Noma,Denmark by Bjarke Ingels: Modernism Meets Scandinavian - Sheet5
Extension area ©big.dk
Noma,Denmark by Bjarke Ingels: Modernism Meets Scandinavian - Sheet6
Front of house program ©big.dk

As the concept – the front of the house program is where guests share primary experiences split into individual units by functions. In the front of the house, a total of eleven spaces are custom-made to their specific needs and are densely clustered around the restaurant‘s hearts, putting the chefs at the heart of it all. The back of the house fits right into the existing structure of Sominedepotet. 

It is placed in an efficient, long bar of services that is accessible via a significant passage along the east-facing wall. The greenhouses are located on the last three existing foundations, which work as a garden, a test kitchen, and a bakery.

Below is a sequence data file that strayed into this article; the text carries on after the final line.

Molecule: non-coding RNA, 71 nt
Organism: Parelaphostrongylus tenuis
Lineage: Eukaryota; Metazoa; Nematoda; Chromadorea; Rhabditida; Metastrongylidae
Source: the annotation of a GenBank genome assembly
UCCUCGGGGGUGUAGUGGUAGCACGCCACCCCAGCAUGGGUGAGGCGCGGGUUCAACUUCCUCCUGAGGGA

Noma,Denmark by Bjarke Ingels: Modernism Meets Scandinavian - Sheet7
Planning – service kitchen + dishwashing area ©big.dk
Noma,Denmark by Bjarke Ingels: Modernism Meets Scandinavian - Sheet8
Service kitchen ©big.dk

As described, the heart of the densely clustered built form is the service kitchen, which is situated close to the prep kitchen and the dishwashing area in the existing building to provide a smooth functioning during meal service. Its position in the center ensures good visual and physical connections to all other functions providing the chef’s a full overview and control of everything happening during service. According to BIG– “each building within the building is linked by glass-covered paths for chefs and guests to follow the changes in weather, daylight and seasons – making the natural surroundings an intrinsic part of the culinary experience.”

Noma,Denmark by Bjarke Ingels: Modernism Meets Scandinavian - Sheet9
Greenhouses ©big.dk
Noma,Denmark by Bjarke Ingels: Modernism Meets Scandinavian - Sheet10
Building cluster like the village ©big.dk

MATERIALS